On this date (April 25) in 1933, 26-year-old rookie southpaw Russ Van Atta took the mound for the defending World Champion New York Yankees, as they faced the Washington Senators in Washington’s Griffith Stadium. Notably, this was not the Washington Senators later described as “First in War. First in peace. Last in the American League.” This was the Washington Senators that had finished in the American League’s first division in each of the previous three years – averaging 93 victories per season – and would go on to win the 1933 AL pennant with a 99-53 record. On the day Van Atta made his debut, three future Hall of Famers were in the Senators’ lineup: left fielder Heinie Manush, right fielder Goose Goslin and shortstop Joe Cronin.
Of course, Van Atta had some pretty good players behind him as well. The New York lineup that day featured future Hall of Famers: Babe Ruth (right field); Lou Gehrig (first base); Earle Combs (center field); Joe Sewell (third base); Tony Lazzeri (second base); and Bill Dickey (catcher). The Yankees were the defending AL and World Series Champions and, in the previous seven seasons, had never finished lower than third (capturing four AL pennants). Their eventual 91 wins in 1933, would land them in second place.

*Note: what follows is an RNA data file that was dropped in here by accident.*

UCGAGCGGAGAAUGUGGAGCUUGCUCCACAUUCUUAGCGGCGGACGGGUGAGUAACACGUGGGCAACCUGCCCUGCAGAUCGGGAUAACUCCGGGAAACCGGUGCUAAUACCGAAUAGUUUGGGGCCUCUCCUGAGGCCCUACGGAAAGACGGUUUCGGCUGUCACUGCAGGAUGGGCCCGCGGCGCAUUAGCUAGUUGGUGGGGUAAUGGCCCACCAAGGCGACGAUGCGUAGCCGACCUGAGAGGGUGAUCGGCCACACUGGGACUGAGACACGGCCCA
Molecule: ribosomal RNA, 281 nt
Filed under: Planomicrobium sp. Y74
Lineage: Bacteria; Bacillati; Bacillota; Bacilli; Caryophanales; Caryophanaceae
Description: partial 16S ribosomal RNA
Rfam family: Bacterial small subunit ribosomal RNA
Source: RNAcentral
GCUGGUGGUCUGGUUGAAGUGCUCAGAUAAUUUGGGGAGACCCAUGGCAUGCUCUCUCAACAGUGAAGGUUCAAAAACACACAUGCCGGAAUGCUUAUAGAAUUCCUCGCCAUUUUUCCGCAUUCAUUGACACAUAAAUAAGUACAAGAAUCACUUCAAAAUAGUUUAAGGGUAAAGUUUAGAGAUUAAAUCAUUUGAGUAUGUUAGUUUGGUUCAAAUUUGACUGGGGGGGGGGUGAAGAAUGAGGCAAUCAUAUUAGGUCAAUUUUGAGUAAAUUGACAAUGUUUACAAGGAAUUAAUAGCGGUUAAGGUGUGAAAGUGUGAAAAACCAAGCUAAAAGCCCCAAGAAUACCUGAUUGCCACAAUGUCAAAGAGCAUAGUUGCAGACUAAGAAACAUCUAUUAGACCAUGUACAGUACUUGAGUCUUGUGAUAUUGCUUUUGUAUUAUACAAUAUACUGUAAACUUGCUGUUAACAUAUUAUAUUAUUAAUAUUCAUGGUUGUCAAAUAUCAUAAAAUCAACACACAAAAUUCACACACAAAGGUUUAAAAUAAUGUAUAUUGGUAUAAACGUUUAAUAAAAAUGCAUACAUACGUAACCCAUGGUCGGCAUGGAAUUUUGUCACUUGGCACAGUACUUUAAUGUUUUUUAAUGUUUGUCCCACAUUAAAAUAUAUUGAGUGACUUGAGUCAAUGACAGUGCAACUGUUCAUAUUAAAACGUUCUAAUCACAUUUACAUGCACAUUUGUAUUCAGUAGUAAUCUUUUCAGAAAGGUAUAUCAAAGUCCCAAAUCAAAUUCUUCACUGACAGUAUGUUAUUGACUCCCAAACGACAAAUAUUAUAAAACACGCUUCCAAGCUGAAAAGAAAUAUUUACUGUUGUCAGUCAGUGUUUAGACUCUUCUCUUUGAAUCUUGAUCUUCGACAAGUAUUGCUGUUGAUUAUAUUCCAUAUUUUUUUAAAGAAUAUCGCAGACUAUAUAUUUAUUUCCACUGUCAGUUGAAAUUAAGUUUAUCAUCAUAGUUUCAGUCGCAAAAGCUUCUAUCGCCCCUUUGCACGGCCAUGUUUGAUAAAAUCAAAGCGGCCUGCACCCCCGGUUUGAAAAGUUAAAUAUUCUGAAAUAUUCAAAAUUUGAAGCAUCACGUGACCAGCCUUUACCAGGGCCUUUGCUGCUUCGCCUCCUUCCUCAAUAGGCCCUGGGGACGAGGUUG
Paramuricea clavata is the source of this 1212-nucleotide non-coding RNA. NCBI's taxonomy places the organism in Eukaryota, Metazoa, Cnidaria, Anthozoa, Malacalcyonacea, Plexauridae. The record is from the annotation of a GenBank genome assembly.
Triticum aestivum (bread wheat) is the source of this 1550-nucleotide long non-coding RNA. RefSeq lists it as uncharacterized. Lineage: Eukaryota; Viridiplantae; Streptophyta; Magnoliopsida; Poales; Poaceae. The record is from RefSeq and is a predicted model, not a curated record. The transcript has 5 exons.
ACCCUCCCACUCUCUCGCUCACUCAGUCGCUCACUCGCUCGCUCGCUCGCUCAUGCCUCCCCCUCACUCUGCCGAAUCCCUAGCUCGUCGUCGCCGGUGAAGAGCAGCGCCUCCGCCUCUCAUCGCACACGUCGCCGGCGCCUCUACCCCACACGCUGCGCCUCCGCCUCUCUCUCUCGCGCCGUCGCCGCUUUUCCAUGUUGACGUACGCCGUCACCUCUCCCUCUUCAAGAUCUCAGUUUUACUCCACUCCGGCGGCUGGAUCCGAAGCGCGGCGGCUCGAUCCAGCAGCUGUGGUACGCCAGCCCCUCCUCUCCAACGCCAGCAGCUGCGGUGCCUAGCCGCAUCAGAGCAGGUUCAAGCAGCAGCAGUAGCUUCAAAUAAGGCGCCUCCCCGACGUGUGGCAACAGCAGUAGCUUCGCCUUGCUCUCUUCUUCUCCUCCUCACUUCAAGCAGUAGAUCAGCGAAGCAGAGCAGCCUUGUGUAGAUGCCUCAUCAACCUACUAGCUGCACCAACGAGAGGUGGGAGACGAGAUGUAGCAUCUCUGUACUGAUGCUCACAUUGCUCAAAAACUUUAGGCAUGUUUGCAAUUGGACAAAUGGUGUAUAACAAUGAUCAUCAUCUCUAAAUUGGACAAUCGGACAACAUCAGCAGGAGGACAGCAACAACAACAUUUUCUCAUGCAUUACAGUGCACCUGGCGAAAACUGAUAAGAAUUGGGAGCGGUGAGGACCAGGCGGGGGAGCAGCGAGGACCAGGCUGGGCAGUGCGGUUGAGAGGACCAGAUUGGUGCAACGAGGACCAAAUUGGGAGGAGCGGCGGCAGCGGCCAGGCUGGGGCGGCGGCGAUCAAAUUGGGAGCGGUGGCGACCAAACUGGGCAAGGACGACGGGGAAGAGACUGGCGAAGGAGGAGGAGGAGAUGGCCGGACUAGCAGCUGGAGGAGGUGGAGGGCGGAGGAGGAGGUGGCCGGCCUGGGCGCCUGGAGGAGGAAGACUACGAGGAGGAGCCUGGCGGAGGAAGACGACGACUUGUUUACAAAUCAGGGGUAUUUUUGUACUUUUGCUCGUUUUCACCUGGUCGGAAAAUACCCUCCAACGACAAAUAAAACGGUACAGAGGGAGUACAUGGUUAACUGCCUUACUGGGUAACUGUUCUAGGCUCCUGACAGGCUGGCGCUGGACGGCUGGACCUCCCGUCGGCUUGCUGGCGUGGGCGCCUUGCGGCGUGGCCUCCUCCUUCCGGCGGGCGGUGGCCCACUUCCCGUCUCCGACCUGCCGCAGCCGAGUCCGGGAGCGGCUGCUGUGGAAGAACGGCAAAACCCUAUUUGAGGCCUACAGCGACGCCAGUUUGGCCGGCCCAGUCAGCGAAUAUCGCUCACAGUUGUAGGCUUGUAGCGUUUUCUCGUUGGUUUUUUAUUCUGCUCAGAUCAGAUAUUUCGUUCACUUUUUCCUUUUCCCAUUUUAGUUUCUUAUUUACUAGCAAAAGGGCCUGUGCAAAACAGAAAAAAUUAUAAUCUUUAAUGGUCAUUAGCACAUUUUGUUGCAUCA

With nine future Hall of Famers on the field, it is somewhat surprising that the star of the game was a rookie pitcher making his very first major league appearance.
In his fifth season of professional baseball (after playing college ball at Penn State),Van Atta earned his chance at breaking into the Yankees’ rotation with a 22-win season for the American Association Saint Paul Saints the year before. He made the most of it.
In his debut, Van Atta threw a complete-game, 5-hit shutout. That in itself is a pretty spectacular first MLB appearance, when you consider he was facing the eventual AL Champions. But Van Atta did more than that, he also went four-for-four at the plate, scored three runs, drove in one and recorded a successful sacrifice bunt. (The Yankees won 16-0.) Van Atta went on to have a pretty good rookie season overall. He won 12 games and lost only four (tying for the AL lead in winning percentage), posting a 4.18 ERA and ten complete games. He also hit .283 (17-for-60), with eight runs scored and seven RBI.)
It would, unfortunately, prove to be the premier season of what was a short (seven-season) MLB career. In the winter following his rookie performance, Van Atta injured his pitching hand breaking a window to save his family dog (trapped in a house fire) – and the feeling never fully returned to his fingers. Van Atta left MLB with a 33-41 record (5.60 ERA). But, oh, that sparkling debut. And he did save the family dog.